# A Practical Treatise on Algebra: Designed for the Use of Students in High Schools and Academies

Robert S. Davis & Company, 1853 - Algebra - 360 pages

### Contents

 DEFINITIONS AND NOTATIONS 9 SECTION 16 SECTION IV 28 SECTION V 37 SECTION VI 46 To reduce a Mixed Quantity to the form of a Fraction 52 Addition of Fractions 59 To free Fractions from Negative Exponents 67
 Examples of one or more Unknown Terms in Quadratic Equations 192 SECTION XVIII 198 SECTION XX 218 SECTION XXI 232 SECTION XXV 248 SECTION XXVII 257 SECTION XXVIII 266 SECTION XXX 289

### Popular passages

Page 56 - RULE.! Multiply each numerator into all the denominators except its own for a new numerator, and all the denominators together for a common denominator.
Page 40 - Divide the first term of the dividend by the first term of the divisor, and write the result as the first term of the quotient. Multiply the whole divisor by the first term of the quotient, and subtract the product from the dividend.
Page 196 - A square court yard has a rectangular gravel walk round it. The side of the court wants 2 yards of being 6 times the breadth of the gravel walk ; and the number of square yards in the walk exceeds the number of yards in the periphery of the court by 164. Required the area of the court ? All equations of the second degree may be reduced to one of the following forms.
Page 278 - And if the given number be a proper vulgar fraction ; subtract the logarithm of the denominator from the logarithm of the numerator, and the remainder will be the logarithm sought ; which, being that of a decimal fraction, must always have a negative index.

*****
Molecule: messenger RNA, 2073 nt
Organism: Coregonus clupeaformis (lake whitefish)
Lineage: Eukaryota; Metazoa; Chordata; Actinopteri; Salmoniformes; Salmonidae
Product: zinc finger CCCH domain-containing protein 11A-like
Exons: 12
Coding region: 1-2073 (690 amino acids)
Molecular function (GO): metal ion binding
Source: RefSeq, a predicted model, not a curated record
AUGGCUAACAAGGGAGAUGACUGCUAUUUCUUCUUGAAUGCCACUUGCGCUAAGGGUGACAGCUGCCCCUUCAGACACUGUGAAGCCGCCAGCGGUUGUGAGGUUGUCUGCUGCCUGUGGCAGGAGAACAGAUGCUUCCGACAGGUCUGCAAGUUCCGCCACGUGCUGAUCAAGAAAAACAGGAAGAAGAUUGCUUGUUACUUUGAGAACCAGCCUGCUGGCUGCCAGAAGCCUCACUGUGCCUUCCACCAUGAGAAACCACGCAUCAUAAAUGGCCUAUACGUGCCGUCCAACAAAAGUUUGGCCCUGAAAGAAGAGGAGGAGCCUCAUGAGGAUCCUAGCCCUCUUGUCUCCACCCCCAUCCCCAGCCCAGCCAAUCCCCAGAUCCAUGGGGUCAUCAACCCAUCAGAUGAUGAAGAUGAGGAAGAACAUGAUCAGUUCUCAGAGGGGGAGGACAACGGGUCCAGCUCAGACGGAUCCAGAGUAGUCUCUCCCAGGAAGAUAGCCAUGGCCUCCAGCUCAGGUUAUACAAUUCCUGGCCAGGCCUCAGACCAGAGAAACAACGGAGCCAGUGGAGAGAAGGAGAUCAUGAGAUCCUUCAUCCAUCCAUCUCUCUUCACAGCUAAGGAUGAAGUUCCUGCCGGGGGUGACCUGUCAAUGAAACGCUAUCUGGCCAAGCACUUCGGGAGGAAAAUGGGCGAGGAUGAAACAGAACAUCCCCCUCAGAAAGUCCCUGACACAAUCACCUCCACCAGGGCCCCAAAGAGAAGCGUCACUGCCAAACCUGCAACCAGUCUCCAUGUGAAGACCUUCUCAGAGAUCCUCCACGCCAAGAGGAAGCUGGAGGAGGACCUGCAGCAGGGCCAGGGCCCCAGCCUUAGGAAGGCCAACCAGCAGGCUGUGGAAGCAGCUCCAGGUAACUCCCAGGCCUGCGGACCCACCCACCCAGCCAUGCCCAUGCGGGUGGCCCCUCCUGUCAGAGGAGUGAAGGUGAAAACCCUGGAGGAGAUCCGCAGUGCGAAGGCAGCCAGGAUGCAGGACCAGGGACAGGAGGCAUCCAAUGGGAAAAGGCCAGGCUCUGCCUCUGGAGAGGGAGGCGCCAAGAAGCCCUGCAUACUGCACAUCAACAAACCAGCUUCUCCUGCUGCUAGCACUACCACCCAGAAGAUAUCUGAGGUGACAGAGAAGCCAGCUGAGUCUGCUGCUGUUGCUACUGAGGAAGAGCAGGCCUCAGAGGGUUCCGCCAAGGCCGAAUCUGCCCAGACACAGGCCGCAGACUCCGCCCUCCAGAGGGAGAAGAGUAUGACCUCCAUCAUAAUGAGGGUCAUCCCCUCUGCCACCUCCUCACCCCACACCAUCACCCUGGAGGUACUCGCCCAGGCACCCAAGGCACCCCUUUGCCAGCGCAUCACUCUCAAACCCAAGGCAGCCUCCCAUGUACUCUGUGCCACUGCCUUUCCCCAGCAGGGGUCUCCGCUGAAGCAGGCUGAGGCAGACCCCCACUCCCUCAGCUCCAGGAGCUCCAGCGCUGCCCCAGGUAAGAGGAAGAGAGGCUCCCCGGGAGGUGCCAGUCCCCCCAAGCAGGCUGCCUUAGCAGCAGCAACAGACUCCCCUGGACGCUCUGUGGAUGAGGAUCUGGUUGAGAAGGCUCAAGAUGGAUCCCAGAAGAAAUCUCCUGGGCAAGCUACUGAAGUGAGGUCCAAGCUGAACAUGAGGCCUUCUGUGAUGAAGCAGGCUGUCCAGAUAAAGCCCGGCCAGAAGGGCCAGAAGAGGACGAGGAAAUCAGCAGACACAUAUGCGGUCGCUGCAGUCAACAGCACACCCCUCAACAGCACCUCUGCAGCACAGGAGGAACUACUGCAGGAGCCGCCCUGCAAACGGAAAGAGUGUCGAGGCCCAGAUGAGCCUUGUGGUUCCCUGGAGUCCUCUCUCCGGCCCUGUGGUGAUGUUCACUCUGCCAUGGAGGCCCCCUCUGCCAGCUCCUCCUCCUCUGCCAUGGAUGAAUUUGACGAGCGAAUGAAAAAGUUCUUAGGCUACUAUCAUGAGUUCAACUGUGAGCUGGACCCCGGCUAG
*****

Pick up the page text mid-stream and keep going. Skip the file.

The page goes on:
Page 122 - Multiply the index of the quantity by the index of the power to which it is to be raised, and the result will be the power required.
Page 84 - ... to that of the second and third ; but if I put it with the second horse, it will make the value double that of the first and third ; and if I put it with the third horse, it will make the value triple that of the first and second. What is the value of each horse ? 8. A laborer agreed to serve for 36 days on these conditions : that for every day he worked he was to receive \$1.25, but for every day he was absent he was to forfeit \$0.50. At the end of the time he received \$17. Required how many...
Page 103 - ... of the sum of the shares of the other three, the share of the second ^ of the sum of the other three, and the share of the third ^ of the sum of the other three; and it was found that the share of the...
Page 133 - Multiply the divisor thus increased, by the last figure of the root ; subtract the product from the dividend, and to the remainder bring down the next period for a new dividend. 5th. Double the whole root already found, for a new divisor, and continue the operation as before, until all the periods are brought down. NOTE.
Page 120 - If a straight line be divided into two equal parts, and also into two unequal parts; the rectangle contained by the unequal parts, together with the square of the line between the points of section, is equal to the square of half the line.
Page 197 - B engaged to reap a field for 90 shillings. A could reap it in 9 days, and they promised to complete it in 5 days. They found, however, that they were obliged to call in C, an inferior workman, to assist them the last two days, in consequence of which B received 3s.